We’ve all heard it said that the brain is our greatest survival tool which also reminds us to constantly sharpen our thinking about survival. Becoming survival-minded means taking our survival seriously enough that we are prepared and ready when things go wrong.
Take something as unremarkable as twisting an ankle so severely that the victim can barely hobble a few steps at a time. If it happens in their neighborhood they just call home or a friend on their cell phone and someone soon shows up in a car to take them to the hospital for an x-ray. That’s the learned thought process they’ve grown up with, where the victim is never really in danger because they can quickly and easily reach out to others for help. But, suppose that same person is hiking alone, just 5 miles down a rocky, backwoods trail and suppose it’s late afternoon when they have the same type of accident. With no one else around to help and no cell phone service, the individual is on their own to handle the situation using what’s in their head and what’s in their pack. Instead of being an hour and a half from their car in the parking lot, they may be facing a whole day or more just to get back. Did they go out prepared to stay overnight, to make shelter against a cold rain and wind, to make a fire to keep warm and to send a signal in the darkness? Statistics sadly reveal that very few day hikers are ever that prepared. Their “hope” is that nothing will ever go wrong but, hope is not reliable a course of action.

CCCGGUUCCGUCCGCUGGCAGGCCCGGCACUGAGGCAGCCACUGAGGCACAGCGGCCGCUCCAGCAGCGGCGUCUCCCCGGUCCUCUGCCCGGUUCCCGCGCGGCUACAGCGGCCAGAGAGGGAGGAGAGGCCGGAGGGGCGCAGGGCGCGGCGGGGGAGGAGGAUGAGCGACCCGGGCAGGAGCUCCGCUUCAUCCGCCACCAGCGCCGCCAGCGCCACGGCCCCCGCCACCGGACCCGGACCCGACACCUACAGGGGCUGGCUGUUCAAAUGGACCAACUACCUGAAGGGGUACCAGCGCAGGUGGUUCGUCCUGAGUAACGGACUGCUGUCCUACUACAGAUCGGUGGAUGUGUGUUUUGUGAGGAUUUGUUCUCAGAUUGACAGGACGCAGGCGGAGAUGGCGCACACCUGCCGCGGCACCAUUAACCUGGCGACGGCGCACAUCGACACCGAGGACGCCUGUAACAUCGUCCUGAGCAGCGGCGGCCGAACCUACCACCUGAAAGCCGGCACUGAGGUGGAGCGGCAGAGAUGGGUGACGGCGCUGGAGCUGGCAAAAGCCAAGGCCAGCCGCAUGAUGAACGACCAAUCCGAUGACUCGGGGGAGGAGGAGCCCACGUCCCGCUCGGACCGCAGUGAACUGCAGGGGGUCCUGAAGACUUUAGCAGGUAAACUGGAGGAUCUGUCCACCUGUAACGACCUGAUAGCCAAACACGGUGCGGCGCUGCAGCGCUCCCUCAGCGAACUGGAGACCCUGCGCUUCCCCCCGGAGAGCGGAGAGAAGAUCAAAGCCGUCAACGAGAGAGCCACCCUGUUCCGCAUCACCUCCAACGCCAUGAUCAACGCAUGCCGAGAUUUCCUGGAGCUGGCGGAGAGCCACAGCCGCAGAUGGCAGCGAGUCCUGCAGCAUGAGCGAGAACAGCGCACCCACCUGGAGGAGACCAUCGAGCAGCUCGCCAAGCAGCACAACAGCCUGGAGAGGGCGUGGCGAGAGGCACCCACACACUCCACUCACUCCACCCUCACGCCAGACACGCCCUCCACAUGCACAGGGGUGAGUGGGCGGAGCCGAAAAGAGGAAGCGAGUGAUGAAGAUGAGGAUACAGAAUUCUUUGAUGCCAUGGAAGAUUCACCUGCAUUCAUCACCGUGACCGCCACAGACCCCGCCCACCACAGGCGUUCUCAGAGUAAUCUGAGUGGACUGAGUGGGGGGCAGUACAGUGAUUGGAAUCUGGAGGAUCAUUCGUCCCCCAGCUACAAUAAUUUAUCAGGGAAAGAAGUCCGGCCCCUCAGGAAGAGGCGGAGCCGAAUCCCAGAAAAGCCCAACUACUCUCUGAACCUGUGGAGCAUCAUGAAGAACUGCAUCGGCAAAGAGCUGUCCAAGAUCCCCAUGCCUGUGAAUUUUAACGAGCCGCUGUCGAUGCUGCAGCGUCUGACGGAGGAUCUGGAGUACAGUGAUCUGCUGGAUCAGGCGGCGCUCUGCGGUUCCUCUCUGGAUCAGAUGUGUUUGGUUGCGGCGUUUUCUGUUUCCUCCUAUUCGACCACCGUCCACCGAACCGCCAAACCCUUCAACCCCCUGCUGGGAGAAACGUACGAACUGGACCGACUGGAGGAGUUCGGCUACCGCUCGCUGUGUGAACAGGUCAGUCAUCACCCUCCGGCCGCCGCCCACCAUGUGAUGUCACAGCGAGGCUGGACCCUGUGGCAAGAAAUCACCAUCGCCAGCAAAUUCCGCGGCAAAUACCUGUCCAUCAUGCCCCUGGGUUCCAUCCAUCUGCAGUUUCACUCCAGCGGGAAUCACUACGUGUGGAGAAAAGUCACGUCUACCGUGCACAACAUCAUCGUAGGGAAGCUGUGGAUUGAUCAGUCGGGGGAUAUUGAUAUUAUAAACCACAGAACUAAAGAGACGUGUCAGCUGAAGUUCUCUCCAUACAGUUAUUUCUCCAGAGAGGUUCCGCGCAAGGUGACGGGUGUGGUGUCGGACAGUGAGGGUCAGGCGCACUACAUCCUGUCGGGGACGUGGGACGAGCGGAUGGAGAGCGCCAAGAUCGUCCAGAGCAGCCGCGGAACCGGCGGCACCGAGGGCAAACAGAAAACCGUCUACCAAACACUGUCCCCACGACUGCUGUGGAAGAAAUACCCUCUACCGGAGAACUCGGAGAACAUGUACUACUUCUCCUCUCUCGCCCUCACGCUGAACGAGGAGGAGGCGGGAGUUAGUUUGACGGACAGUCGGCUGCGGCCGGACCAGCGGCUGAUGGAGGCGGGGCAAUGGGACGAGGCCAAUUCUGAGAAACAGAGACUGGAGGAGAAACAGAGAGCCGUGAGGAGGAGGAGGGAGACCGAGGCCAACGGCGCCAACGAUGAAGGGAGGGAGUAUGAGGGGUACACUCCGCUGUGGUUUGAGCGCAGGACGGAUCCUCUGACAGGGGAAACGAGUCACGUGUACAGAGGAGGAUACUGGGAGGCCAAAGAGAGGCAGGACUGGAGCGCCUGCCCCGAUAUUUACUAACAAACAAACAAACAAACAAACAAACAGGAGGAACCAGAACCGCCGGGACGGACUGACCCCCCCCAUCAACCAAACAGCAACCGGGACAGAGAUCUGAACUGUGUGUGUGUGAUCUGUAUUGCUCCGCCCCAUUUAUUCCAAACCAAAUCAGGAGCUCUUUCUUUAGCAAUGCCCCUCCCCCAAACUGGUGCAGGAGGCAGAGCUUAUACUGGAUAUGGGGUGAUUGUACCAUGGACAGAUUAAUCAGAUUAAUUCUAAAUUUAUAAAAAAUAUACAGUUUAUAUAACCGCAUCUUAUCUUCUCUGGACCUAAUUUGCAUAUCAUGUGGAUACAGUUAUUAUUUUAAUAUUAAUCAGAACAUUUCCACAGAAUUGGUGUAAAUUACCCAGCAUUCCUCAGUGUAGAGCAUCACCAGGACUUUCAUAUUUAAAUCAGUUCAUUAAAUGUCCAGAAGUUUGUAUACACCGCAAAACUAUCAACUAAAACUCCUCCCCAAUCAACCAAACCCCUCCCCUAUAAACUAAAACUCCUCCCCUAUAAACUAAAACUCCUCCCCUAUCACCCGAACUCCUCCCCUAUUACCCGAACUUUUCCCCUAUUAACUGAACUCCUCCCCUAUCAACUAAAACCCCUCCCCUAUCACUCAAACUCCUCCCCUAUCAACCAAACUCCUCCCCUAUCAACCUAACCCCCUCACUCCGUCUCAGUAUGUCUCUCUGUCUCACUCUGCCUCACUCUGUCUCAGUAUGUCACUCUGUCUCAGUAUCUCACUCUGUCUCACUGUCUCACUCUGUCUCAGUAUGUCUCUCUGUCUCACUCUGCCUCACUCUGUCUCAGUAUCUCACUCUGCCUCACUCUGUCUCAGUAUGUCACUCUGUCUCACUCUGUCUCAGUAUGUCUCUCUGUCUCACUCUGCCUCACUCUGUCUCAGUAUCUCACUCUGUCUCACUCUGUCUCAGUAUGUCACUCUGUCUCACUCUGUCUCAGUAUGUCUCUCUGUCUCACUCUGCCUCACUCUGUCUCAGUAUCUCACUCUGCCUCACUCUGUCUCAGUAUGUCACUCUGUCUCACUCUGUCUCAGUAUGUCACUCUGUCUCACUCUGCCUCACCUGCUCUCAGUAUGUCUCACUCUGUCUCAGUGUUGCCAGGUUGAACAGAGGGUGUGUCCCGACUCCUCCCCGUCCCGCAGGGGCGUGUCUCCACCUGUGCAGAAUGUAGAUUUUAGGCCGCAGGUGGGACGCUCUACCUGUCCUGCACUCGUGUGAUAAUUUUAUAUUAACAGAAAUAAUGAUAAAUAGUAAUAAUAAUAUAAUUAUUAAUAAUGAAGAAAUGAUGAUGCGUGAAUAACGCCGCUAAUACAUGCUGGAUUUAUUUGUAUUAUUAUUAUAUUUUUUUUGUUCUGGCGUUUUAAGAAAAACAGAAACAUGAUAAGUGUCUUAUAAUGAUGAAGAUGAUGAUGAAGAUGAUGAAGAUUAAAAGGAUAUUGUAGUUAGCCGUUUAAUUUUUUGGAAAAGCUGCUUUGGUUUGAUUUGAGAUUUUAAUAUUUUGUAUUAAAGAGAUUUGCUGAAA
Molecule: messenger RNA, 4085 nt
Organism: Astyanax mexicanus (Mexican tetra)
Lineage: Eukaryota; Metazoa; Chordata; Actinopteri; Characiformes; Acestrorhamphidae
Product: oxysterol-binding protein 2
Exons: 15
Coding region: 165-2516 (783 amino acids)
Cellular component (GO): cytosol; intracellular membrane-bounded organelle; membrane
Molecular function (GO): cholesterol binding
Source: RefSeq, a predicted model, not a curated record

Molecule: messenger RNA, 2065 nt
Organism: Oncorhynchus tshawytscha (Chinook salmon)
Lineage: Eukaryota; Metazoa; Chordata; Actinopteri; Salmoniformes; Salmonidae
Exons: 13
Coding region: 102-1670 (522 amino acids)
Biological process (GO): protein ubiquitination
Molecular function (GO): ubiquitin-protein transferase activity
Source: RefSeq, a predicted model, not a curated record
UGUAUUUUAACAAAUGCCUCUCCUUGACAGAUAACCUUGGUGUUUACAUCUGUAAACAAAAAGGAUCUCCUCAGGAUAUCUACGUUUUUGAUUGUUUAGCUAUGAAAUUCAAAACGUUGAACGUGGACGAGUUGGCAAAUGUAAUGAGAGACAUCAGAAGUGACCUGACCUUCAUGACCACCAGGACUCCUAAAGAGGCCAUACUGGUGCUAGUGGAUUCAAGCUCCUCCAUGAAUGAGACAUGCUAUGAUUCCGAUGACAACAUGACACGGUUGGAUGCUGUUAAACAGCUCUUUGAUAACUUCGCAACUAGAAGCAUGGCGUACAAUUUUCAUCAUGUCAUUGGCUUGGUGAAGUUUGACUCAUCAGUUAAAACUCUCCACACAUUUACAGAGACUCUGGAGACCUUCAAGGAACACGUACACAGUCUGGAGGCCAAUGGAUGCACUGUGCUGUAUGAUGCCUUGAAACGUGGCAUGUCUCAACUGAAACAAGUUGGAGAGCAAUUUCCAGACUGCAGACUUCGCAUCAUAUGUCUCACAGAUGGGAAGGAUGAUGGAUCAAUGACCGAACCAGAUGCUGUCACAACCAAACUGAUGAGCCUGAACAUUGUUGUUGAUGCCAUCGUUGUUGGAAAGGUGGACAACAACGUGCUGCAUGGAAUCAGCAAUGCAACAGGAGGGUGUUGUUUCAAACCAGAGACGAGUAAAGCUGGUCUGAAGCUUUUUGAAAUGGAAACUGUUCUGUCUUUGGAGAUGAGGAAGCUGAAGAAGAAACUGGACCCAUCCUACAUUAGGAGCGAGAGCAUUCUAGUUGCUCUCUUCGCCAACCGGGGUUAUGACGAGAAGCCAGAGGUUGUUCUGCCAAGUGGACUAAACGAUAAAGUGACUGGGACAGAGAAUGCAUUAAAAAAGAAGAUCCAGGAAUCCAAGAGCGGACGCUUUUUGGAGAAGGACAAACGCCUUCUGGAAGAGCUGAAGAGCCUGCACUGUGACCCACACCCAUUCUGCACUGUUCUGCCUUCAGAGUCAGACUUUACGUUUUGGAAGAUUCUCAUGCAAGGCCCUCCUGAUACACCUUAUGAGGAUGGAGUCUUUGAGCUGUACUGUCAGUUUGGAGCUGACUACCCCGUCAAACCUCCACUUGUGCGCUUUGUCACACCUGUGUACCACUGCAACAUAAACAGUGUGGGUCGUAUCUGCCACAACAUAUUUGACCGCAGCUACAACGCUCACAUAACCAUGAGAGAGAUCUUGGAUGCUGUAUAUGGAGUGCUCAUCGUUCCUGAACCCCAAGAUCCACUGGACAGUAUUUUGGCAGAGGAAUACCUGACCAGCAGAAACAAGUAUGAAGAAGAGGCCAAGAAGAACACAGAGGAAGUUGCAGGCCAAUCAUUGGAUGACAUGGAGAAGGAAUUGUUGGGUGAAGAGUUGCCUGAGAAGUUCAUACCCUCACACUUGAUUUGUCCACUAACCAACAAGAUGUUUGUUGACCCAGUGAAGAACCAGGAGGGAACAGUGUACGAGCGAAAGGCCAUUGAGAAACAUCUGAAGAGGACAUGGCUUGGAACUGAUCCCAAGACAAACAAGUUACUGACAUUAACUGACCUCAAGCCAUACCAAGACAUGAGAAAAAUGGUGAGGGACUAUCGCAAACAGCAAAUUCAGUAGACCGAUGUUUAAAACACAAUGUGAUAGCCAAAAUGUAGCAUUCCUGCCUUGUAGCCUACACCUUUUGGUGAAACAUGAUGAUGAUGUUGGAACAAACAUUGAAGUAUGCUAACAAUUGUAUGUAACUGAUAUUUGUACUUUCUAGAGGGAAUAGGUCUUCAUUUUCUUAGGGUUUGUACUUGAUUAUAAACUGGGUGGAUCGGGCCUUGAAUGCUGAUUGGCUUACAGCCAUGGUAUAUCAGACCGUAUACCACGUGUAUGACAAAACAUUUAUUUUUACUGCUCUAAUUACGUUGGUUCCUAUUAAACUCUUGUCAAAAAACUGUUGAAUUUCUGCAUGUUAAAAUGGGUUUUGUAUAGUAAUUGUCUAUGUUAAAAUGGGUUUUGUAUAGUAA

Becoming Survival Minded really comes down to focusing on three very inter-dependent factors: Ability, Attitude, and Action. In military combat there is a phenomenon known as "condition black" where a soldier becomes overwhelmed with the chaos of the battle, the sight of friends dying all around, and the uncertainty of the outcome. As the situation goes from bad to worse the desperate individual becomes increasingly incapable of rational thought so that even their physical abilities such as sight, speech, hearing, and motor coordination then grind to a halt. It turns out the individual has become paralyzed by either not knowing or by losing sense of what to do next, and the same thing can happen to anyone unprepared for the stress of survival. The first key to preventing this reaction is to develop and hone our abilities.
By learning and practicing the right skills we gain experience and develop the confidence to know what works and what doesn’t. Real ability does not come from book knowledge or videos. When each of us asks the question, “Will I be able to endure hardship, fight through pain and injury, make good decisions, and take the right action when I'm exhausted, hungry, thirsty and lost?”, the answer should be clear.
Not only does training and practice hone our skills but, the experience and confidence we gain becomes enormously important for maintaining the right attitude and taking the right actions under stress. This is especially true when family members or friends are also relying on us to get them through. Survival stress can cause the unprepared to panic, to make bad decisions that only worsen the situation, or to eventually devolve into apathy and giving up. That’s where we also rely on having the right attitude.